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Programs What is graduate study in black holes at UCSB like?

  1. Jun 13, 2017 #1
    Hi everybody,

    I am thinking of applying to the grad school at UCSB. I am interested in the theoretical studies of black holes and I’ve heard UCSB is very active in that area. Could someone give me an advice of how it is like? Also, I am a bit worried because of the rumour that it's extremely difficult for international students to get admitted. Is it true?

    By the way, do you know any other institutes that are active in theoretical research of black holes? I have little clue apart from UCSB. I guess it's safer to apply to more places. I don't much mind where. Would really appreciate if someone could give me a suggestion.
  2. jcsd
  3. Jun 13, 2017 #2


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    That's a pretty specific request. You might want to try contacting people within the department itself if you don't get the answers you're looking for here. Normally departments will post the contact info of people in the program. You can always try contacting a few current graduate students to ask them directly about their experiences.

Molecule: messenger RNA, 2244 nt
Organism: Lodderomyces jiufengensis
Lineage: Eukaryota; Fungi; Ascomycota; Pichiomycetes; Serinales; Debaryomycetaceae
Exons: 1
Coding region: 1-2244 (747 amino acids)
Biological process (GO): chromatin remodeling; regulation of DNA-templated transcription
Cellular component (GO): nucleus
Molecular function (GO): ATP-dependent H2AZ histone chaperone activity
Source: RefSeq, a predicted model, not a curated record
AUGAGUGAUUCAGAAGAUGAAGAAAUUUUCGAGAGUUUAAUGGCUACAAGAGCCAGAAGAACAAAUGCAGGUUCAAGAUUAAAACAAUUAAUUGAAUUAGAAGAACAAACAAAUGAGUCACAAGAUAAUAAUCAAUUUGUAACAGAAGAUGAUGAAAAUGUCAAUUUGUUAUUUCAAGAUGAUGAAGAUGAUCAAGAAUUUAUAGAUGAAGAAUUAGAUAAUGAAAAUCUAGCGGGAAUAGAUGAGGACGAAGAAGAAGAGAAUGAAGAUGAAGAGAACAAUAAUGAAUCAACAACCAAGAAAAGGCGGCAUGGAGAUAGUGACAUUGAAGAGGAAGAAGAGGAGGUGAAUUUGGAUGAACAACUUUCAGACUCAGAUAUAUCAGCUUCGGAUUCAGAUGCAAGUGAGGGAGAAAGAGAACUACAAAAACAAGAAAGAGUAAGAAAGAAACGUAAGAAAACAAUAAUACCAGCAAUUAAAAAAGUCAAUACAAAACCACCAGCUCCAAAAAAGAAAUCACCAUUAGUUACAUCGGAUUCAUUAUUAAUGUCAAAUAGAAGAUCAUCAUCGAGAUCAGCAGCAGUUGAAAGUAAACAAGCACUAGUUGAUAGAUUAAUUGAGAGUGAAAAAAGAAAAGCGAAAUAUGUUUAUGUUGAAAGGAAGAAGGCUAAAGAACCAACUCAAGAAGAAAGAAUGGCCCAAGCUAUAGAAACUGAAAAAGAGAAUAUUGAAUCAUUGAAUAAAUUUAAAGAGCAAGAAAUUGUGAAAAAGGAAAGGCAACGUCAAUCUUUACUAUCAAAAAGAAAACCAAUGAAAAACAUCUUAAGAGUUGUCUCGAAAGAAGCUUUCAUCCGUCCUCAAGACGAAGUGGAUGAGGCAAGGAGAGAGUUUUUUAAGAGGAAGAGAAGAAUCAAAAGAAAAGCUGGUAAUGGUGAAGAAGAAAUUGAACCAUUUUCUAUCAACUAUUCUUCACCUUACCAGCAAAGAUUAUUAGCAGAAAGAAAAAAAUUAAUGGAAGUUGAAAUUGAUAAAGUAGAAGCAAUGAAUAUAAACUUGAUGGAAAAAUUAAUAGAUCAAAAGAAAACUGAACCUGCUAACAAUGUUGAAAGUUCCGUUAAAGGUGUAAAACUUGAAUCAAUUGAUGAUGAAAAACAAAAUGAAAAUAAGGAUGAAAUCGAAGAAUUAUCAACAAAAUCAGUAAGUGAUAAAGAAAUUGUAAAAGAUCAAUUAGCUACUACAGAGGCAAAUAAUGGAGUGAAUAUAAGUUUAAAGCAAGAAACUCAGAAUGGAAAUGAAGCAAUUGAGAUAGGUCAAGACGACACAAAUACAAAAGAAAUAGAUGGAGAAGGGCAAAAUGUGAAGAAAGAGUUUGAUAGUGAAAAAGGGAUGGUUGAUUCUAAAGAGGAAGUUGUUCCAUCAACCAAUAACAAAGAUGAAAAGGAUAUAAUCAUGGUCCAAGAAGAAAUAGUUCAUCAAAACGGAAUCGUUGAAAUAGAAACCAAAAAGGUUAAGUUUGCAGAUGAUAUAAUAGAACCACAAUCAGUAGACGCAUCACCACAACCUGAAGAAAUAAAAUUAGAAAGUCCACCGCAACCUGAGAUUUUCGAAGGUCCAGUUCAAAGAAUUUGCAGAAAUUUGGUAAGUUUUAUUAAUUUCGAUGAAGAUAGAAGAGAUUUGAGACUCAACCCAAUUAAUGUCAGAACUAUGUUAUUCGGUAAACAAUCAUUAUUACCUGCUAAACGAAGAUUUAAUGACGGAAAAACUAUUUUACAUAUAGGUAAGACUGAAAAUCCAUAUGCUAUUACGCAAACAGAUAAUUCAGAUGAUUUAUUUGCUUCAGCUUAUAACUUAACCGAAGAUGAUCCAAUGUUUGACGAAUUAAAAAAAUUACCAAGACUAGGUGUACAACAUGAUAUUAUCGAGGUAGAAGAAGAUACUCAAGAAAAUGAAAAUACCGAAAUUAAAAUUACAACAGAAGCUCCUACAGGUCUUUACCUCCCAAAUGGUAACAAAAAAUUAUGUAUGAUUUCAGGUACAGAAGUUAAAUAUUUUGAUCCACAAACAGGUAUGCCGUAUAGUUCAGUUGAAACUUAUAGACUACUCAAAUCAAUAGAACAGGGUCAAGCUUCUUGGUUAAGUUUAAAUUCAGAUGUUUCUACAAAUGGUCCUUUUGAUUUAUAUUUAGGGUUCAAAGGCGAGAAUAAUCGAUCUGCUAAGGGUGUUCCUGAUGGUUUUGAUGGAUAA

I wouldn't worry about how hard admission is for international students. Assume that it's going to be a very competitive process for everyone, regardless of your background. You can contact the department to find out some of the typical admission statistics if those aren't already posted. And this is one of those pieces of information that a lot of people tend to fret over, but aside from making the decision on whether or not to apply, there isn't much that you can do differently once you have it. Assume that you'll need to put your best foot forward.

    Rather than getting suggestions about places that are active in black hole research, why not try reading up on the research that's being done yourself? Start browsing some journals and try to figure out what people are doing in the field right now (or at least in recent years). What kinds of projects look interesting to you? Once you've identified a few places that look interesting, follow the byline information and check out their graduate programs.
  4. Jun 13, 2017 #3
    Are you interested in computational general relativity, or quantum gravity? I've never heard of just studying black holes.
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